Some ringing rooms are open to the whole church, so are draughty and cold, expensive to heat, especially for short periods. Ringing involves physical exercise so ringers will prefer a ringing room to be at a lower temperature than normal domestic room temperatures of 19-20C. However, some heating to take the chill off, especially for those waiting to ring, will be welcome in winter. A glazed screen or partition may be acceptable as part of the design, even heavy full-length curtains (Figure 3) will make a marked difference to the retention of heat and economy.
Figure 3: Curtains help to keep ringing room warmer in winter
Ringing rooms may be shared by other church users as vestries, storage, meeting spaces or to accommodate other church fixtures such as the clock or monuments. In some projects the layout and users is changed so discussions are essential between other users and experienced ringers to ensure that the space required for ringing remains safe and appropriate. Space needs to be left behind the circle of ropes (and up to ceiling level) for the ringer to stand and ring safely, ideally a metre or more from any other furniture, fixtures or fittings. The circle of space in front of the ringers also should be clear or at most accommodate a low table, for example, that does not obstruct the view across the tower or risk catching ropes.
Even though bells and their larger fittings are likely to only enter and leave the tower every hundred years or more, free space must be left accessible along the whole path vertically through from the bell chamber to ground level. There are instances where a kitchen or other facilities have been constructed so that major work would necessitate the removal of these facilities if work on the bells was to be undertaken!
Agreeing the décor, furniture and fittings in the ringing room will require agreement from all parties; and decisions over colour schemes, floor covering and similar items can lead to some of the lengthiest debates. What seems to be minor detail can often cause heated discussion, such as the colour of a new carpet!
The materials and construction of the walls and flooring may limit what will be approved. Although ringers understand that the area used for ringing may have to be used for other purposes, (storage of choir robes, flower arranging items, Christmas decorations, chairs and tables, other church property), it is inappropriate for the ringers to be expected to move many and substantial items before ringing. Ringing rooms should not be viewed as large empty spaces for the storage of things “…. that might be useful sometime”!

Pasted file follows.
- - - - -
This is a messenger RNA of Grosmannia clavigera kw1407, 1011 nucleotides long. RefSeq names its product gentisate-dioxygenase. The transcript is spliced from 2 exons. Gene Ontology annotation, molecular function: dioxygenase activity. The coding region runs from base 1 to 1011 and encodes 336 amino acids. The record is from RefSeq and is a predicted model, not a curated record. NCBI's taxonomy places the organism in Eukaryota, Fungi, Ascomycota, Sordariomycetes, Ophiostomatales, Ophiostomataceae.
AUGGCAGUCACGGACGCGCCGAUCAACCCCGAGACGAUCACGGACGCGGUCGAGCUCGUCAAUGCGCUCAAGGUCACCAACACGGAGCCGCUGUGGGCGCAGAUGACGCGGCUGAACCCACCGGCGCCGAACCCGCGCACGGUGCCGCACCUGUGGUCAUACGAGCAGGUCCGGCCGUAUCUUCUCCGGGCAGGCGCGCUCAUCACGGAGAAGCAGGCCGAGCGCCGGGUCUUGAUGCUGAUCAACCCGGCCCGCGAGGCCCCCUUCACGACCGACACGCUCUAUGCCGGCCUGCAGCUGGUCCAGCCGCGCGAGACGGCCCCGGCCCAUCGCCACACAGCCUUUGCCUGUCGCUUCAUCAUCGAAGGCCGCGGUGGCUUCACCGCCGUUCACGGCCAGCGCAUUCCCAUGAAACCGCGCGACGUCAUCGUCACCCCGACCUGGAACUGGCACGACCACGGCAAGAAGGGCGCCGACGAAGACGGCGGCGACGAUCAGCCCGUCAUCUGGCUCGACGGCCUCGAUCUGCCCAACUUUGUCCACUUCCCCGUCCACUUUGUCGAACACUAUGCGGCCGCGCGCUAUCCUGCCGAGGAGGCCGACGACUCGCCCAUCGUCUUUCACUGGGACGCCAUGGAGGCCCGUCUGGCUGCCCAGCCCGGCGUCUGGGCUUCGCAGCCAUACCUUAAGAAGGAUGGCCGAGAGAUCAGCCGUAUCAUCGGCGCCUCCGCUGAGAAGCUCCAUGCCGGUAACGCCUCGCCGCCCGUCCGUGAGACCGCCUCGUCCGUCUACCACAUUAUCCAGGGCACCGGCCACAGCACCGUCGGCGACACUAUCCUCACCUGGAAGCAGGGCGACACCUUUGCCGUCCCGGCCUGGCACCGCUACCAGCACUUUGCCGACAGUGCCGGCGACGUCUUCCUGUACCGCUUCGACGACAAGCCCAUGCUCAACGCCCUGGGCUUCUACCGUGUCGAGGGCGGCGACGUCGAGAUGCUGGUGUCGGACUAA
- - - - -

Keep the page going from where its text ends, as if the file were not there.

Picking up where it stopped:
Building a gallery or new ringing room at a higher level may be one of the major outcomes of a project. The height of a ringing room is usually greater than that of a domestic room – probably 12-15ft (4-5m). If very much higher than this, then there may be a recommendation to insert a rope guide (Figure 4), but less than this will make handling the bell ropes difficult.
Figure 4: Rope guide fitted in a tower with a long draught between the ringers and ceiling
The addition or alteration of rope guides requires Faculty permission and advice from the church architect; this is an example of a structural change.
Ringing from the ground floor enables ringers to be better integrated with the church as they are visible. If moving the ringing room to a higher level, then the ringers may then not be visible and feel out of contact. There will be a need for the ringers to have some way of communication with the ground level, for example to see when the bride arrives for a wedding. Installation of a simple battery or electrically operated bell or warning light will be sufficient. A glazed screen is a good way in which a gallery can be enclosed but also enable the ringers to be visible (and warmer in winter!) but with suitable ventilation.
Access to a new higher level ringing room may be via an existing spiral staircase. If this is not the case and a new staircase is to be created, then space will be occupied, and its style will need to fit. In some towers, a basic set of stairs may be appropriate, but where the staircase will be visible to the church, then an original and more aesthetically pleasing design may be conceived. This is where an architect should be able to exploit their skills, in matching the new work into the existing structure.
Finishing Touches #
Finishing touches are also important – all make the environment more welcoming and helpful for ringers.
It is also worthwhile enabling non-ringers see ringers in action and the bells themselves turning, if possible. If the ringers are not visible, then CCTV and suitable lighting may be installed that show the ringers and bells in use.
Image Credits #
|New galvanised steel walkway. (Photo: Alison Hodge)
|Old timber ladder. (Photo: Alison Hodge)
|Long curtains between ringing room and church. (Photo: Alison Hodge)
|Rope guide. (Photo: Alison Hodge)
Whilst every effort has been made to ensure the accuracy of this information, neither contributors nor the Central Council of Church Bell Ringers can accept responsibility for any inaccuracies or for any activities undertaken based on the information provided.
Version 1.0.1, February 2024
© 2024 Central Council of Church Bell Ringers